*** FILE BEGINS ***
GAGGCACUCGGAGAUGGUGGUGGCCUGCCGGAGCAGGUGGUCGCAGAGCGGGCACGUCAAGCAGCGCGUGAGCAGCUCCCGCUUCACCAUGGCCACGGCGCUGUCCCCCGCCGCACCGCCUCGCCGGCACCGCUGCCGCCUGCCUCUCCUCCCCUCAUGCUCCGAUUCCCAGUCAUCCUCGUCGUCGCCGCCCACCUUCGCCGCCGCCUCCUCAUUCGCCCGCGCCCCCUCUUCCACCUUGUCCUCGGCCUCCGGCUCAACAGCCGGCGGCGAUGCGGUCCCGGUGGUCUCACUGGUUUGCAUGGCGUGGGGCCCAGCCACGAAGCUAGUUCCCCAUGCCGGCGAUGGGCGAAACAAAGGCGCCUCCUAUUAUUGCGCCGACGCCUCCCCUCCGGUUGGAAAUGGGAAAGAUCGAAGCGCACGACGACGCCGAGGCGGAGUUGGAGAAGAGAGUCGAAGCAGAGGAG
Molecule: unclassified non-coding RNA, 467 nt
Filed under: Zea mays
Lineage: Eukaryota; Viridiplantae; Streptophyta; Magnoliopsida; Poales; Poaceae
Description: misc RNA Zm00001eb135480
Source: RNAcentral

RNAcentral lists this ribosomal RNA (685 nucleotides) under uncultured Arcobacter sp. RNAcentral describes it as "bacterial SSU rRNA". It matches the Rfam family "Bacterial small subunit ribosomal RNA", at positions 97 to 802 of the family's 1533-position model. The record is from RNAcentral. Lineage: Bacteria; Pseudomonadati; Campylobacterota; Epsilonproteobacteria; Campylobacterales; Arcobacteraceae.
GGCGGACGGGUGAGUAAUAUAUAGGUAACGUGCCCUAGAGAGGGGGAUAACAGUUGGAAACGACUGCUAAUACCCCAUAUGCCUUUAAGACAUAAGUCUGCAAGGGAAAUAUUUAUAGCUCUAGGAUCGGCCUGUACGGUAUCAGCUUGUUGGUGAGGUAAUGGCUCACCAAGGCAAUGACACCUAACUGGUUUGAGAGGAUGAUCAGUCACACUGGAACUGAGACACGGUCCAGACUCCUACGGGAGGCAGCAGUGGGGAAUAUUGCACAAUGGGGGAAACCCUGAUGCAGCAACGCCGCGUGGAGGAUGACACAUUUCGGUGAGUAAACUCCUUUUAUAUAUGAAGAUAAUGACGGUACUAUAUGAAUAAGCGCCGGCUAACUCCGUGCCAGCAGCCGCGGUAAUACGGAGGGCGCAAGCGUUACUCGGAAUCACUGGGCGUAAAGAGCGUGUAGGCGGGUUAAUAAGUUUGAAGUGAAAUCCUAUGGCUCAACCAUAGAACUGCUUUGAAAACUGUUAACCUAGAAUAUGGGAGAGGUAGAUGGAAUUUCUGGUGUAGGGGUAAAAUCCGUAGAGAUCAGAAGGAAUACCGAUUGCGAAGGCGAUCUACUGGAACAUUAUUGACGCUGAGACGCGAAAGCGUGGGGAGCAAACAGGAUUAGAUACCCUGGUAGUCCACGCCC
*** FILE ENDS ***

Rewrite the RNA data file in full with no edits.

GAGGCACUCGGAGAUGGUGGUGGCCUGCCGGAGCAGGUGGUCGCAGAGCGGGCACGUCAAGCAGCGCGUGAGCAGCUCCCGCUUCACCAUGGCCACGGCGCUGUCCCCCGCCGCACCGCCUCGCCGGCACCGCUGCCGCCUGCCUCUCCUCCCCUCAUGCUCCGAUUCCCAGUCAUCCUCGUCGUCGCCGCCCACCUUCGCCGCCGCCUCCUCAUUCGCCCGCGCCCCCUCUUCCACCUUGUCCUCGGCCUCCGGCUCAACAGCCGGCGGCGAUGCGGUCCCGGUGGUCUCACUGGUUUGCAUGGCGUGGGGCCCAGCCACGAAGCUAGUUCCCCAUGCCGGCGAUGGGCGAAACAAAGGCGCCUCCUAUUAUUGCGCCGACGCCUCCCCUCCGGUUGGAAAUGGGAAAGAUCGAAGCGCACGACGACGCCGAGGCGGAGUUGGAGAAGAGAGUCGAAGCAGAGGAG
Molecule: unclassified non-coding RNA, 467 nt
Filed under: Zea mays
Lineage: Eukaryota; Viridiplantae; Streptophyta; Magnoliopsida; Poales; Poaceae
Description: misc RNA Zm00001eb135480
Source: RNAcentral

RNAcentral lists this ribosomal RNA (685 nucleotides) under uncultured Arcobacter sp. RNAcentral describes it as "bacterial SSU rRNA". It matches the Rfam family "Bacterial small subunit ribosomal RNA", at positions 97 to 802 of the family's 1533-position model. The record is from RNAcentral. Lineage: Bacteria; Pseudomonadati; Campylobacterota; Epsilonproteobacteria; Campylobacterales; Arcobacteraceae.
GGCGGACGGGUGAGUAAUAUAUAGGUAACGUGCCCUAGAGAGGGGGAUAACAGUUGGAAACGACUGCUAAUACCCCAUAUGCCUUUAAGACAUAAGUCUGCAAGGGAAAUAUUUAUAGCUCUAGGAUCGGCCUGUACGGUAUCAGCUUGUUGGUGAGGUAAUGGCUCACCAAGGCAAUGACACCUAACUGGUUUGAGAGGAUGAUCAGUCACACUGGAACUGAGACACGGUCCAGACUCCUACGGGAGGCAGCAGUGGGGAAUAUUGCACAAUGGGGGAAACCCUGAUGCAGCAACGCCGCGUGGAGGAUGACACAUUUCGGUGAGUAAACUCCUUUUAUAUAUGAAGAUAAUGACGGUACUAUAUGAAUAAGCGCCGGCUAACUCCGUGCCAGCAGCCGCGGUAAUACGGAGGGCGCAAGCGUUACUCGGAAUCACUGGGCGUAAAGAGCGUGUAGGCGGGUUAAUAAGUUUGAAGUGAAAUCCUAUGGCUCAACCAUAGAACUGCUUUGAAAACUGUUAACCUAGAAUAUGGGAGAGGUAGAUGGAAUUUCUGGUGUAGGGGUAAAAUCCGUAGAGAUCAGAAGGAAUACCGAUUGCGAAGGCGAUCUACUGGAACAUUAUUGACGCUGAGACGCGAAAGCGUGGGGAGCAAACAGGAUUAGAUACCCUGGUAGUCCACGCCC